Whether low levels of vitamin D cause depression, worsen it, or are a symptom of the underlying depression is not fully understood. "There is no solid proof that vitamin D deficiency causes depression," says researcher Sonal Pathak, MD. She is an endocrinologist at Bay Health Endocrinology in Dover, Del. "Large studies are clearly needed."
Her findings were presented at The Endocrine Society's 94th Annual Meeting in Houston.
All three were deficient in vitamin D, with levels that ranged from 8.9 to 14.5 nanograms per milliliter of blood (ng/mL). Levels below 21 ng/mL are considered vitamin D deficient. Normal vitamin D levels are above 30 ng/mL, according to guidelines set by The Endocrine Society.
The women received vitamin D therapy for eight to 12 weeks to replenish their blood levels. After treatment, their levels increased to 32 to 38 ng/mL. The women also reported corresponding improvements in symptoms of depression following vitamin D therapy. One woman's depression score changed from one indicating severe depression to mild depression. Another woman's score improved to a level suggesting she had just minimal symptoms of depression.
Vitamin D is called the sunshine vitamin because our bodies produce it when exposed to sunlight. Vitamin D is also added to milk and other foods, and is available in small amounts in fatty fish like tuna, salmon, and mackerel; beef liver, cheese, and egg yolks. It can be hard to get as much as we need from our diets, which is why supplements are often needed.
The Institute of Medicine recently raised the recommended daily intake to 600 IU for people aged 1-70 and to 800 IU for adults older than 70. Other groups set the bar even higher.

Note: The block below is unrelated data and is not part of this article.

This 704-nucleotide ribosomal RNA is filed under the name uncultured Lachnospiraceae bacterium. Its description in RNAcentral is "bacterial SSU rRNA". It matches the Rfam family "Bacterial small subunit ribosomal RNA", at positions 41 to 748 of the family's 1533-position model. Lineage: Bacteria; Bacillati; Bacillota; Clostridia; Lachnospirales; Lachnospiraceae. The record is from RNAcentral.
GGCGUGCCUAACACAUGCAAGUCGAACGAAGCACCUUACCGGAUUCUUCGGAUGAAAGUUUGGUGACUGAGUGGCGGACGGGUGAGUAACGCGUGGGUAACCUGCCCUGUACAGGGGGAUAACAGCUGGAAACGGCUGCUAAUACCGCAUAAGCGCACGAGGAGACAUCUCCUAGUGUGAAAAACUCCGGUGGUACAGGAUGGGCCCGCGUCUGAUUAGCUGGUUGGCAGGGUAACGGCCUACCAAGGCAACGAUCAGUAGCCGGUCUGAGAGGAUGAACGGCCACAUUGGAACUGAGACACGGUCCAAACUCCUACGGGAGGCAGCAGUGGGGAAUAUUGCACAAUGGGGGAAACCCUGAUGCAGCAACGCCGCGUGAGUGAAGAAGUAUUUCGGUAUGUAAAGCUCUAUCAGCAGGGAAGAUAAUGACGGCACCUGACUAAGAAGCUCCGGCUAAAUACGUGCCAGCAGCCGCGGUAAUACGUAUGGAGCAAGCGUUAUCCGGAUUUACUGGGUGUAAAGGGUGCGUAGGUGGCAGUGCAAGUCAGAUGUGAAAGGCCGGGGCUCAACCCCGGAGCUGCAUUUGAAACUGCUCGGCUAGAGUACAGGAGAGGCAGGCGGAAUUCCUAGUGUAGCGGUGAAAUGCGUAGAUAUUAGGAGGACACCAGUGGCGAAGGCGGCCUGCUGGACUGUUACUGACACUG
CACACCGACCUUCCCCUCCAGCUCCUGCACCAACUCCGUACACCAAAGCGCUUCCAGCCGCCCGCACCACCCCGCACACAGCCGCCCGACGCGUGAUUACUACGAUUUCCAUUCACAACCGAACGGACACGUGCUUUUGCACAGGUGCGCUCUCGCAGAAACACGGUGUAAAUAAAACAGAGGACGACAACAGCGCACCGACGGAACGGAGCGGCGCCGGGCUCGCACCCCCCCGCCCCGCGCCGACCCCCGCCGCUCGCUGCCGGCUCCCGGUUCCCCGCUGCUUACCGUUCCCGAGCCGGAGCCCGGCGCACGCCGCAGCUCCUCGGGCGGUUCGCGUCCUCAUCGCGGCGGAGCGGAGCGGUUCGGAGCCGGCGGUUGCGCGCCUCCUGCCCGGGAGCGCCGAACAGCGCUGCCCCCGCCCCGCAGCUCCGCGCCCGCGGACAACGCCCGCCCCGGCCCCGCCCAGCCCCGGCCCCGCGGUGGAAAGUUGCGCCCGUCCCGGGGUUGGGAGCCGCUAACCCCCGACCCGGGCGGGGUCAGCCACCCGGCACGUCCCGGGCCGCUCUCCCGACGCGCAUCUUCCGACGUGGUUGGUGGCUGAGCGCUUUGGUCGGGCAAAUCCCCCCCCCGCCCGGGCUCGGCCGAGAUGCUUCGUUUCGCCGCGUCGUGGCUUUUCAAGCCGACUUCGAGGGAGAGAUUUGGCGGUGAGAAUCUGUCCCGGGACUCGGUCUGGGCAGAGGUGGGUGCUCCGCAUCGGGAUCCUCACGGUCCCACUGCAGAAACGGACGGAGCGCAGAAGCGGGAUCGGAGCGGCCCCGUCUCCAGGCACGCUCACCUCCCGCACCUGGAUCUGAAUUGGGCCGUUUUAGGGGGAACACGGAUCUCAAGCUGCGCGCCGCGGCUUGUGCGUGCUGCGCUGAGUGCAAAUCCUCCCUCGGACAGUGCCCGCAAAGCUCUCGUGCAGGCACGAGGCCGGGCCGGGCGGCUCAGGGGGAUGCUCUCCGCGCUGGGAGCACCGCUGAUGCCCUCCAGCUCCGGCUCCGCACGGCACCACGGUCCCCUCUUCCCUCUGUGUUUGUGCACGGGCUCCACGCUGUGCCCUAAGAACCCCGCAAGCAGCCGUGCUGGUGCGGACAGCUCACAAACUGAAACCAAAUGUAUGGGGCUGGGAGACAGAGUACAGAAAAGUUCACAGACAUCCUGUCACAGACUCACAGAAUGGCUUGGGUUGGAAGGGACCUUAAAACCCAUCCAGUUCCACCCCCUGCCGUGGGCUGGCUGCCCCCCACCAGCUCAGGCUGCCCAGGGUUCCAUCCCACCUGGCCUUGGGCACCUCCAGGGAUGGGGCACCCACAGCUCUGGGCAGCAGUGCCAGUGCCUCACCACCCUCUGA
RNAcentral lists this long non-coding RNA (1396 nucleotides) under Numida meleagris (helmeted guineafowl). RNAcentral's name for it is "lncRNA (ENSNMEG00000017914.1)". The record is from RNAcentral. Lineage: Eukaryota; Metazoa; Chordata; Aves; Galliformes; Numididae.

The Link Between Vitamin D Levels and Depression
The relationship between depression and vitamin D is likely a two-way street, Pathuk says. "People who have depression are at high risk for vitamin D deficiency because they stay indoors, don't exercise too much, and are likely not eating a healthy diet."
There are also vitamin D receptors in areas of the brain that help regulate behavior and emotion, she says.
"It is not unusual for people with depression to be deficient in vitamin D and treating the deficiency may make a huge difference in how they feel," Pathuk says.
If you are being treated for depression, ask your doctor to test your vitamin D levels. "If you are deficient, get treated," she says.
"People often feel better when they take vitamin D," says Michael Holick, MD, PhD. He is the director of the Vitamin D, Skin, and Bone Research Lab at Boston University. "One of the effects that vitamin D has on the brain is to improve serotonin levels -- which is the same chemical that many antidepressants act on."
"This is an interesting study," says Erin LeBlanc, MD. She is an endocrinologist and researcher at the Kaiser Permanente Center for Health Research in Portland. "It does show that vitamin D and its effects on things besides bone should be studied more."
The next step would be a trial where some people with depression get vitamin D and others get an inactive placebo, she says.
These findings were presented at a medical conference. They should be considered preliminary as they have not yet undergone the "peer review" process, in which outside experts scrutinize the data prior to publication in a medical journal.